Signs of Spring

People have been noting on Twitter and on the radio various signs of spring. We like to look for changing bird plumage, ourselves.

The bright yellow shoulder feathers on the goldfinch are a sign of spring
Gold Signs of Spring

Sometimes there are just hints to start…

 

In our exhibits, the nesting birds are carved and painted in their breeding plumage; the wetland diorama birds are not. Come by and compare what you’ve seen to the carvings, and learn what to look for! We’re open by appointment until April 30th, then open for regular hours.

February at the Feeders

Noted through our viewing window in February (more or less in the order we saw them; the ones we didn’t see last month are in bold):

    Downy Woodpecker
    Downy Woodpecker

  • Blue Jays
  • Mourning Doves
  • Hairy Woodpeckers
  • Downy Woodpeckers
  • Black-capped Chickadees
  • Ruffed Grouse
  • Northern Cardinal
  • Wild Turkeys
  • Red-Breasted Nuthatches
  • Common Raven
  • White-breasted Nuthatches
  • Tufted Titmice
  • American Crow
  • Red Squirrels
  • Gray Squirrels

January Feeder Birds

Hairy Woodpecker via our FeederCam
Hairy Woodpecker via our FeederCam

At lunch, we like to eat while gazing out of the Viewing Window at the museum.  We keep an unofficial list of birds (mostly) seen at that time, jotting them down on a nearby whiteboard.  Here’s who we saw in January:

  • Downy Woodpeckers
  • Hairy Woodpeckers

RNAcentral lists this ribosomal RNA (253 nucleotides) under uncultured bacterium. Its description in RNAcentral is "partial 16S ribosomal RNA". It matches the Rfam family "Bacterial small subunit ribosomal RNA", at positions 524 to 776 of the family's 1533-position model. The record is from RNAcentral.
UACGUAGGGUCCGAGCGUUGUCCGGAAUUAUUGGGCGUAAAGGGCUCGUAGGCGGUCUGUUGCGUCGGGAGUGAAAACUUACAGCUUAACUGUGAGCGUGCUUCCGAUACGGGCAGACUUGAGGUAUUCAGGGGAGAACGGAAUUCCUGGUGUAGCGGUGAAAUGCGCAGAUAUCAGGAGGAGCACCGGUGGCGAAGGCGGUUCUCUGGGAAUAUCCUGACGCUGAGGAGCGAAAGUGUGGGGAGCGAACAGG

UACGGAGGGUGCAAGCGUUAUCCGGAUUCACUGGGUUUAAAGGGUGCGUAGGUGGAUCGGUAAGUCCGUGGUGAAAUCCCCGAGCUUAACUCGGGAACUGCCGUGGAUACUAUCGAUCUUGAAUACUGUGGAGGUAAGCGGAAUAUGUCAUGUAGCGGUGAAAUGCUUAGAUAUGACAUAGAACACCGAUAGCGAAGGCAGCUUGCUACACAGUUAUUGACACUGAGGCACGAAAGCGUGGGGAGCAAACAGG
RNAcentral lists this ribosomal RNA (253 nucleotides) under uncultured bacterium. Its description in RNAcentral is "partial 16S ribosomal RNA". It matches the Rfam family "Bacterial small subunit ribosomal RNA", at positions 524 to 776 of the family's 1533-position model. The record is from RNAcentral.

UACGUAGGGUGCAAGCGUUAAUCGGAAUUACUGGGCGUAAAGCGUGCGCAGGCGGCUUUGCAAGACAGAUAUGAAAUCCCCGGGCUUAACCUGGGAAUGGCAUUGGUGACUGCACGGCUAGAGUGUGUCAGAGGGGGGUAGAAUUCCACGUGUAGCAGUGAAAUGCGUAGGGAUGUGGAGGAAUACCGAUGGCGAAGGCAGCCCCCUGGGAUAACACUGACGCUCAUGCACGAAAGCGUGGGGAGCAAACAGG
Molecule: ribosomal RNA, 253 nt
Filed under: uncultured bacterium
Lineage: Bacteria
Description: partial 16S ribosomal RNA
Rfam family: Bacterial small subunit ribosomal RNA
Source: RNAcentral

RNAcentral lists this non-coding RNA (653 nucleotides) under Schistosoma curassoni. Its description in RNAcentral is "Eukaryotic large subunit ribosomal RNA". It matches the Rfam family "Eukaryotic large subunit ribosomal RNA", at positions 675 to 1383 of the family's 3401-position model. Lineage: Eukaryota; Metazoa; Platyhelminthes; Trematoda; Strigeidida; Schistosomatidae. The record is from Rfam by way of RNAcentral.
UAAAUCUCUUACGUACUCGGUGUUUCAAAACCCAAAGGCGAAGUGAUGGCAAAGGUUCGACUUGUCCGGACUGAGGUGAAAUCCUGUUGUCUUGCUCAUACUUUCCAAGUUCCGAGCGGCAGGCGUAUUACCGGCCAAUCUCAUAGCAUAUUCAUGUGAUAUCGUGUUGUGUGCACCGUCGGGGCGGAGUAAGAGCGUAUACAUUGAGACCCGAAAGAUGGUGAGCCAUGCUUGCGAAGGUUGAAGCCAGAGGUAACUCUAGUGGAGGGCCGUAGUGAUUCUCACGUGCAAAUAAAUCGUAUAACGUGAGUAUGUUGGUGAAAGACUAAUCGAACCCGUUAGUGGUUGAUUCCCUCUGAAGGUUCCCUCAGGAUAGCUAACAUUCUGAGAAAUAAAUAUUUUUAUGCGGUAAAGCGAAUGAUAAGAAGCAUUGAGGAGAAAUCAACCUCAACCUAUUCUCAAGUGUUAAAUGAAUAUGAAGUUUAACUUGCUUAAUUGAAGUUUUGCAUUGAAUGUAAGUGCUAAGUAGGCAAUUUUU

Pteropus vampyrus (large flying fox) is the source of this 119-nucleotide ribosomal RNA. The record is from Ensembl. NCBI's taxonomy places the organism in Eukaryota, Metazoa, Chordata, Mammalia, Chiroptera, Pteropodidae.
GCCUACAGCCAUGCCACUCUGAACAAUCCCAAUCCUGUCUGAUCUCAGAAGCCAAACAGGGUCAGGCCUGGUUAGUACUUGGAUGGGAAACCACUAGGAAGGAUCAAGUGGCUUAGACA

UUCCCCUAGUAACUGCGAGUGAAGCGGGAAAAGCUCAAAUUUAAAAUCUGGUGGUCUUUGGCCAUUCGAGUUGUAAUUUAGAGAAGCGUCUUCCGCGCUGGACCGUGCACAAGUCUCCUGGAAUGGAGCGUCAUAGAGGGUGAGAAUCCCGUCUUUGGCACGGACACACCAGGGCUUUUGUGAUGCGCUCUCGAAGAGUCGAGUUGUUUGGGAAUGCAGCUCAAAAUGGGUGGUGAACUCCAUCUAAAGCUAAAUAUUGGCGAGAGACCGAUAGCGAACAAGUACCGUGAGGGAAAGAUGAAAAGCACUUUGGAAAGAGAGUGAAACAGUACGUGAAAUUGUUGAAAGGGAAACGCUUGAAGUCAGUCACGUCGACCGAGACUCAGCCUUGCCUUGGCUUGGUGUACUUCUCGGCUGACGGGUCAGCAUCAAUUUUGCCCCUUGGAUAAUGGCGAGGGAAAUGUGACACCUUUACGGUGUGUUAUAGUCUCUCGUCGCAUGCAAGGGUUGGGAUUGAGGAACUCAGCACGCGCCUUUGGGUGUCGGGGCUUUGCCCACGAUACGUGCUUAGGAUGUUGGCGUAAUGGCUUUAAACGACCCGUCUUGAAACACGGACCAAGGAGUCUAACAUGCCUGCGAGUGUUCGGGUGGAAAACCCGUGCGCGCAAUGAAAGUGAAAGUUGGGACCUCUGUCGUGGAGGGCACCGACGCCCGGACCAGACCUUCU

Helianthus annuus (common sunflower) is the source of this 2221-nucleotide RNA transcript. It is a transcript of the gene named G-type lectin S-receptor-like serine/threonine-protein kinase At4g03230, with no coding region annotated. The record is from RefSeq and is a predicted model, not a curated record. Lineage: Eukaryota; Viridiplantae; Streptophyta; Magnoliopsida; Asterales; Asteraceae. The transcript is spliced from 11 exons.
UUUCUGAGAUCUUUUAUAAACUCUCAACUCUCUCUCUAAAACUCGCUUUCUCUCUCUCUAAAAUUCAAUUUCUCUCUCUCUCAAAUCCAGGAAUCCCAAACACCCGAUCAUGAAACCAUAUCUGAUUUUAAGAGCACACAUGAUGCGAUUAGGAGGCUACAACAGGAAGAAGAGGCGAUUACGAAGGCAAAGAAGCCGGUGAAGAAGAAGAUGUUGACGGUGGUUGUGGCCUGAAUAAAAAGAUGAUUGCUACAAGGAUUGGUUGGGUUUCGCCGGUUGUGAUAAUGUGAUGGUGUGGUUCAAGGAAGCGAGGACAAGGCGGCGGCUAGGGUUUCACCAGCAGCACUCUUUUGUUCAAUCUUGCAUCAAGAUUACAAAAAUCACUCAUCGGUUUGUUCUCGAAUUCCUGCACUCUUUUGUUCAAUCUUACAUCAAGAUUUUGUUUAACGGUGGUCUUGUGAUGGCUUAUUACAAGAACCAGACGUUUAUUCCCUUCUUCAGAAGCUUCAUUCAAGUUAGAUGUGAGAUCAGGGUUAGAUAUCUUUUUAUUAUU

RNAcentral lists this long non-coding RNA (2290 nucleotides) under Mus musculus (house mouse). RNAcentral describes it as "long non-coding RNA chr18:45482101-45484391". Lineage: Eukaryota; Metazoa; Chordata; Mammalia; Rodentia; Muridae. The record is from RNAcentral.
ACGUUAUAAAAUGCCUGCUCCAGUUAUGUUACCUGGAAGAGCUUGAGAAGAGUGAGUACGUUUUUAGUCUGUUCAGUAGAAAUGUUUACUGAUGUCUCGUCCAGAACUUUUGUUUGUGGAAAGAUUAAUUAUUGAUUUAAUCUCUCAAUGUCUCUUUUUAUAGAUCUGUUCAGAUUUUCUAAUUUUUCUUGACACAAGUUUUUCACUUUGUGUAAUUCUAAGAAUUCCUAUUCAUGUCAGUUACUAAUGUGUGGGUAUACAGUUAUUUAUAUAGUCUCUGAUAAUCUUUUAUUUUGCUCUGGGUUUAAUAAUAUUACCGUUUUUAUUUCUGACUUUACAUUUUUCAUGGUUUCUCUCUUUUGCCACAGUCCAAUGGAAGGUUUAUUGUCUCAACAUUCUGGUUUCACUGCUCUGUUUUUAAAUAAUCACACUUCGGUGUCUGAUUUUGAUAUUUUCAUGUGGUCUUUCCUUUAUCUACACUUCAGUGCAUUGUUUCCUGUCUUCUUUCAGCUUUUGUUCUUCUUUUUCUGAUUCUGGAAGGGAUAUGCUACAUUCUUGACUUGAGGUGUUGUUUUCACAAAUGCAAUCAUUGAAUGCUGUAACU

• Black-capped Chickadees
  • Blue Jays
  • White-breasted Nuthatches
  • Red-Breasted Nuthatches
  • Northern Cardinal
  • Mourning Doves
  • Wild Turkeys
  • Tufted Titmice
  • Red Squirrels
  • Gray Squirrels

You can see some of what we see with our FeederCam, too. We also participate in in Project FeederWatch, a more formal way to  collect and record bird data.

About Project FeederWatch

The Christmas Bird Count isn’t the only citizen science activity that the Museum does. We do Project Feeder Watch, too. It makes for a very pleasant lunchtime: good food and a viewing window (today we saw our first Wild Turkey and Tufted Titmouse of the month). Many of you with feeders at home or work can participate. You can sign up at any time. Here’s an overview from a recent Cornell Lab of Ornithology‘s e-newsletter:

Project FeederWatch

The 2009-10 season of Project FeederWatch begins November 14, though you can sign up at any time. FeederWatchers keep track of their birds through the winter and report their tallies each week. This helps scientists track changes in winter bird populations from year to year.

To learn more and to sign up, visit the Project FeederWatch website. New participants receive a kit with a handbook, a bird-identification poster, calendar, and instruction booklet. There is a $15 fee ($12 for Lab members) to help cover the costs of materials and participant support. If you live in Canada, please visit our partner, Bird Studies Canada, or call (888) 448-2473.

Bear v. Feeders. Bear wins.

A 300 pound bear came by last week; only Bob saw it. It shook the bird feeder pole so hard that all the feeders fell down, and the bear destroyed them.

Today Bob dug a hole around the pole and we helped pour cement down the hole, two bags worth, and as soon as it sets up in a day or so, we will be able to leave the feeders out at night again.

Bob also made new hooks for the new feeders so that they are secure against vibration, in case the bear tries it again!

I just finished re-greasing the pole, so squirrels, raccoons, and bears beware!

—from a letter by Ingrid Riga, Curator,  to a sponsor of several of the carving exhibits